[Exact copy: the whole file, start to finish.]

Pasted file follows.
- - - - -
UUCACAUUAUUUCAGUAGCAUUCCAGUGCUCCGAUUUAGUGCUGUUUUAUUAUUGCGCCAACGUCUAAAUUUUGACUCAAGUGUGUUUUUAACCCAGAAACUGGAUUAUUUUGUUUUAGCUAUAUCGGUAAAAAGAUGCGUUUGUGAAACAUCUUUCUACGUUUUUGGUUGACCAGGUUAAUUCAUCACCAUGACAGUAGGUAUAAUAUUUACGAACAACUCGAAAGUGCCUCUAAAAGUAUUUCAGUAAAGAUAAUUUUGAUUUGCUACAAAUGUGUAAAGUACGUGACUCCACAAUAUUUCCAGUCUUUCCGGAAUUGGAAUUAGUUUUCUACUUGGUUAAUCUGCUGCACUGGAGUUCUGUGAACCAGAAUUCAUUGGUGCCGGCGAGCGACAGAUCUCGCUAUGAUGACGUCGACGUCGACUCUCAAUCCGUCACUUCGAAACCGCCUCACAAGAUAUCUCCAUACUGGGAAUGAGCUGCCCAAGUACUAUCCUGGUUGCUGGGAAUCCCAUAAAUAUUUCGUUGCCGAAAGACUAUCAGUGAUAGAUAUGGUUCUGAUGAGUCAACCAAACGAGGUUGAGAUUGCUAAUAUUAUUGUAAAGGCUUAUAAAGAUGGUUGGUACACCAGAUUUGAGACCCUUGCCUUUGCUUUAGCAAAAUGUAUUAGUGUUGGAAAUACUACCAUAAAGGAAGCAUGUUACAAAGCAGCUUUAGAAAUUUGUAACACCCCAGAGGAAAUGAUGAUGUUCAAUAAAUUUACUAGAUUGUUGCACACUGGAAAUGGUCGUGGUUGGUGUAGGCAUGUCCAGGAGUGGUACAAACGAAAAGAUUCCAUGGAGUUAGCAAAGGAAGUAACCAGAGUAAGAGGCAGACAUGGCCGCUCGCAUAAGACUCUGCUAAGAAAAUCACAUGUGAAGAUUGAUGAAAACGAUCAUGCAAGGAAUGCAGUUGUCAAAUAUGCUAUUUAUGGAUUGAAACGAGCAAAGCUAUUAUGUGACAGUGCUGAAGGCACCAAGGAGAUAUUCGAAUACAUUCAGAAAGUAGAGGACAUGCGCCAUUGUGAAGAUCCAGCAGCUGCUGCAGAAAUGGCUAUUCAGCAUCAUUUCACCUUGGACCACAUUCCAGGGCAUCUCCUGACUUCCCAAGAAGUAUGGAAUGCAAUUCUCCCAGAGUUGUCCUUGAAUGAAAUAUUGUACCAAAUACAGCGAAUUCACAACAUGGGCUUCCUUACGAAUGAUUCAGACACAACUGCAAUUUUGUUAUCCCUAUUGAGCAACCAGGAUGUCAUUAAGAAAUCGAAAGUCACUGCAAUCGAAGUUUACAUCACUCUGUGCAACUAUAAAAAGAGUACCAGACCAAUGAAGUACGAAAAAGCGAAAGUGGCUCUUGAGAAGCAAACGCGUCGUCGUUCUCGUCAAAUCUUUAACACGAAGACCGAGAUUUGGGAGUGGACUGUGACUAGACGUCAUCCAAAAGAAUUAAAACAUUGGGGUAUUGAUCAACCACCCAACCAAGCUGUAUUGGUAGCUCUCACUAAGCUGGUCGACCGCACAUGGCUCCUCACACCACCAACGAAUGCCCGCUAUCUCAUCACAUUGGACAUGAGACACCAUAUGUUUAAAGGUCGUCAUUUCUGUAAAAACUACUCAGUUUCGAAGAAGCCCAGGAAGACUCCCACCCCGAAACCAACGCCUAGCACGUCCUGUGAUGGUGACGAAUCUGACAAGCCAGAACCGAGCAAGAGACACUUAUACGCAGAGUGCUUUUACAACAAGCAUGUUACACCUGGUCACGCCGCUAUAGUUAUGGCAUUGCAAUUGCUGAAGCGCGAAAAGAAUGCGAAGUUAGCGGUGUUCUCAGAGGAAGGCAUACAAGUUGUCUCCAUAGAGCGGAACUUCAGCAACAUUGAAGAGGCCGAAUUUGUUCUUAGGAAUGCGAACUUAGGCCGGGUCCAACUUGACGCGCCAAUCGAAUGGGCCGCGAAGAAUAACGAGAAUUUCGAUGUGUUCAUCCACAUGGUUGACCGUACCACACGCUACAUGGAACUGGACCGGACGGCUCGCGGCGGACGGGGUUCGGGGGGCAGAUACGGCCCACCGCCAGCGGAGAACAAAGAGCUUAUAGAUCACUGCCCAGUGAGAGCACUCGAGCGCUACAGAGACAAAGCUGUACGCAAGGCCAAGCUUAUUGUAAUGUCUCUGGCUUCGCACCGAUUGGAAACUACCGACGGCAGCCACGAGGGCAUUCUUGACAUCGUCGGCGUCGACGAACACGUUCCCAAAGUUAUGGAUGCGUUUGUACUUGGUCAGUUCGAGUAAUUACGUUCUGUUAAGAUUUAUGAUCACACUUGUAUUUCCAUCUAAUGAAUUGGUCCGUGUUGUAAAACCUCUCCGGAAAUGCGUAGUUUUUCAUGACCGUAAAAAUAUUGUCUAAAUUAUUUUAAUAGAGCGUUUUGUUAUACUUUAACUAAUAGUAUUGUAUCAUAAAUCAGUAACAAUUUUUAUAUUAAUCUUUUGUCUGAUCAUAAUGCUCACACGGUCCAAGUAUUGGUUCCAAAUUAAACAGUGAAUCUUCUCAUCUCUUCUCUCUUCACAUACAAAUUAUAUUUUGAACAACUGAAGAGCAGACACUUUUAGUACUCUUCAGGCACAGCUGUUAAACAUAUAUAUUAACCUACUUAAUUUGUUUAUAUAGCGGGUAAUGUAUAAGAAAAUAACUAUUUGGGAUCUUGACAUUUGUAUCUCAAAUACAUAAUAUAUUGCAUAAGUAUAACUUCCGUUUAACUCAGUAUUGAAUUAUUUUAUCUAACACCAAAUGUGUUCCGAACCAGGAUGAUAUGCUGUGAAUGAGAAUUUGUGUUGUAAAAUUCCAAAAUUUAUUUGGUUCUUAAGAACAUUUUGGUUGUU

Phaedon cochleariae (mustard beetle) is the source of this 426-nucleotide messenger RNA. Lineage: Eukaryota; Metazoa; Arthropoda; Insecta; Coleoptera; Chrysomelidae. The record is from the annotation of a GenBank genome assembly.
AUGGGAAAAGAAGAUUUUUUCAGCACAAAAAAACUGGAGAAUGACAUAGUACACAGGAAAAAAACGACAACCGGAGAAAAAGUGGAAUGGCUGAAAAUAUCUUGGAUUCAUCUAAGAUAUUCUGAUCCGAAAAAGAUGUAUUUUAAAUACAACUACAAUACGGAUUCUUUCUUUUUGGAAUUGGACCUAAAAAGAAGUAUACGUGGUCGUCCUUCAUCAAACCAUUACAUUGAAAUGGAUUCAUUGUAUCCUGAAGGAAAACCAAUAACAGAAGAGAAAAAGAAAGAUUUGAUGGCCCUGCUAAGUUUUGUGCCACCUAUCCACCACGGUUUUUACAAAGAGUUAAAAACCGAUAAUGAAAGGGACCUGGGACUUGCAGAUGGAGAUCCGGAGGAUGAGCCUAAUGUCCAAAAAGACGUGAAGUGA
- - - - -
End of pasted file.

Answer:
UUCACAUUAUUUCAGUAGCAUUCCAGUGCUCCGAUUUAGUGCUGUUUUAUUAUUGCGCCAACGUCUAAAUUUUGACUCAAGUGUGUUUUUAACCCAGAAACUGGAUUAUUUUGUUUUAGCUAUAUCGGUAAAAAGAUGCGUUUGUGAAACAUCUUUCUACGUUUUUGGUUGACCAGGUUAAUUCAUCACCAUGACAGUAGGUAUAAUAUUUACGAACAACUCGAAAGUGCCUCUAAAAGUAUUUCAGUAAAGAUAAUUUUGAUUUGCUACAAAUGUGUAAAGUACGUGACUCCACAAUAUUUCCAGUCUUUCCGGAAUUGGAAUUAGUUUUCUACUUGGUUAAUCUGCUGCACUGGAGUUCUGUGAACCAGAAUUCAUUGGUGCCGGCGAGCGACAGAUCUCGCUAUGAUGACGUCGACGUCGACUCUCAAUCCGUCACUUCGAAACCGCCUCACAAGAUAUCUCCAUACUGGGAAUGAGCUGCCCAAGUACUAUCCUGGUUGCUGGGAAUCCCAUAAAUAUUUCGUUGCCGAAAGACUAUCAGUGAUAGAUAUGGUUCUGAUGAGUCAACCAAACGAGGUUGAGAUUGCUAAUAUUAUUGUAAAGGCUUAUAAAGAUGGUUGGUACACCAGAUUUGAGACCCUUGCCUUUGCUUUAGCAAAAUGUAUUAGUGUUGGAAAUACUACCAUAAAGGAAGCAUGUUACAAAGCAGCUUUAGAAAUUUGUAACACCCCAGAGGAAAUGAUGAUGUUCAAUAAAUUUACUAGAUUGUUGCACACUGGAAAUGGUCGUGGUUGGUGUAGGCAUGUCCAGGAGUGGUACAAACGAAAAGAUUCCAUGGAGUUAGCAAAGGAAGUAACCAGAGUAAGAGGCAGACAUGGCCGCUCGCAUAAGACUCUGCUAAGAAAAUCACAUGUGAAGAUUGAUGAAAACGAUCAUGCAAGGAAUGCAGUUGUCAAAUAUGCUAUUUAUGGAUUGAAACGAGCAAAGCUAUUAUGUGACAGUGCUGAAGGCACCAAGGAGAUAUUCGAAUACAUUCAGAAAGUAGAGGACAUGCGCCAUUGUGAAGAUCCAGCAGCUGCUGCAGAAAUGGCUAUUCAGCAUCAUUUCACCUUGGACCACAUUCCAGGGCAUCUCCUGACUUCCCAAGAAGUAUGGAAUGCAAUUCUCCCAGAGUUGUCCUUGAAUGAAAUAUUGUACCAAAUACAGCGAAUUCACAACAUGGGCUUCCUUACGAAUGAUUCAGACACAACUGCAAUUUUGUUAUCCCUAUUGAGCAACCAGGAUGUCAUUAAGAAAUCGAAAGUCACUGCAAUCGAAGUUUACAUCACUCUGUGCAACUAUAAAAAGAGUACCAGACCAAUGAAGUACGAAAAAGCGAAAGUGGCUCUUGAGAAGCAAACGCGUCGUCGUUCUCGUCAAAUCUUUAACACGAAGACCGAGAUUUGGGAGUGGACUGUGACUAGACGUCAUCCAAAAGAAUUAAAACAUUGGGGUAUUGAUCAACCACCCAACCAAGCUGUAUUGGUAGCUCUCACUAAGCUGGUCGACCGCACAUGGCUCCUCACACCACCAACGAAUGCCCGCUAUCUCAUCACAUUGGACAUGAGACACCAUAUGUUUAAAGGUCGUCAUUUCUGUAAAAACUACUCAGUUUCGAAGAAGCCCAGGAAGACUCCCACCCCGAAACCAACGCCUAGCACGUCCUGUGAUGGUGACGAAUCUGACAAGCCAGAACCGAGCAAGAGACACUUAUACGCAGAGUGCUUUUACAACAAGCAUGUUACACCUGGUCACGCCGCUAUAGUUAUGGCAUUGCAAUUGCUGAAGCGCGAAAAGAAUGCGAAGUUAGCGGUGUUCUCAGAGGAAGGCAUACAAGUUGUCUCCAUAGAGCGGAACUUCAGCAACAUUGAAGAGGCCGAAUUUGUUCUUAGGAAUGCGAACUUAGGCCGGGUCCAACUUGACGCGCCAAUCGAAUGGGCCGCGAAGAAUAACGAGAAUUUCGAUGUGUUCAUCCACAUGGUUGACCGUACCACACGCUACAUGGAACUGGACCGGACGGCUCGCGGCGGACGGGGUUCGGGGGGCAGAUACGGCCCACCGCCAGCGGAGAACAAAGAGCUUAUAGAUCACUGCCCAGUGAGAGCACUCGAGCGCUACAGAGACAAAGCUGUACGCAAGGCCAAGCUUAUUGUAAUGUCUCUGGCUUCGCACCGAUUGGAAACUACCGACGGCAGCCACGAGGGCAUUCUUGACAUCGUCGGCGUCGACGAACACGUUCCCAAAGUUAUGGAUGCGUUUGUACUUGGUCAGUUCGAGUAAUUACGUUCUGUUAAGAUUUAUGAUCACACUUGUAUUUCCAUCUAAUGAAUUGGUCCGUGUUGUAAAACCUCUCCGGAAAUGCGUAGUUUUUCAUGACCGUAAAAAUAUUGUCUAAAUUAUUUUAAUAGAGCGUUUUGUUAUACUUUAACUAAUAGUAUUGUAUCAUAAAUCAGUAACAAUUUUUAUAUUAAUCUUUUGUCUGAUCAUAAUGCUCACACGGUCCAAGUAUUGGUUCCAAAUUAAACAGUGAAUCUUCUCAUCUCUUCUCUCUUCACAUACAAAUUAUAUUUUGAACAACUGAAGAGCAGACACUUUUAGUACUCUUCAGGCACAGCUGUUAAACAUAUAUAUUAACCUACUUAAUUUGUUUAUAUAGCGGGUAAUGUAUAAGAAAAUAACUAUUUGGGAUCUUGACAUUUGUAUCUCAAAUACAUAAUAUAUUGCAUAAGUAUAACUUCCGUUUAACUCAGUAUUGAAUUAUUUUAUCUAACACCAAAUGUGUUCCGAACCAGGAUGAUAUGCUGUGAAUGAGAAUUUGUGUUGUAAAAUUCCAAAAUUUAUUUGGUUCUUAAGAACAUUUUGGUUGUU

Phaedon cochleariae (mustard beetle) is the source of this 426-nucleotide messenger RNA. Lineage: Eukaryota; Metazoa; Arthropoda; Insecta; Coleoptera; Chrysomelidae. The record is from the annotation of a GenBank genome assembly.
AUGGGAAAAGAAGAUUUUUUCAGCACAAAAAAACUGGAGAAUGACAUAGUACACAGGAAAAAAACGACAACCGGAGAAAAAGUGGAAUGGCUGAAAAUAUCUUGGAUUCAUCUAAGAUAUUCUGAUCCGAAAAAGAUGUAUUUUAAAUACAACUACAAUACGGAUUCUUUCUUUUUGGAAUUGGACCUAAAAAGAAGUAUACGUGGUCGUCCUUCAUCAAACCAUUACAUUGAAAUGGAUUCAUUGUAUCCUGAAGGAAAACCAAUAACAGAAGAGAAAAAGAAAGAUUUGAUGGCCCUGCUAAGUUUUGUGCCACCUAUCCACCACGGUUUUUACAAAGAGUUAAAAACCGAUAAUGAAAGGGACCUGGGACUUGCAGAUGGAGAUCCGGAGGAUGAGCCUAAUGUCCAAAAAGACGUGAAGUGA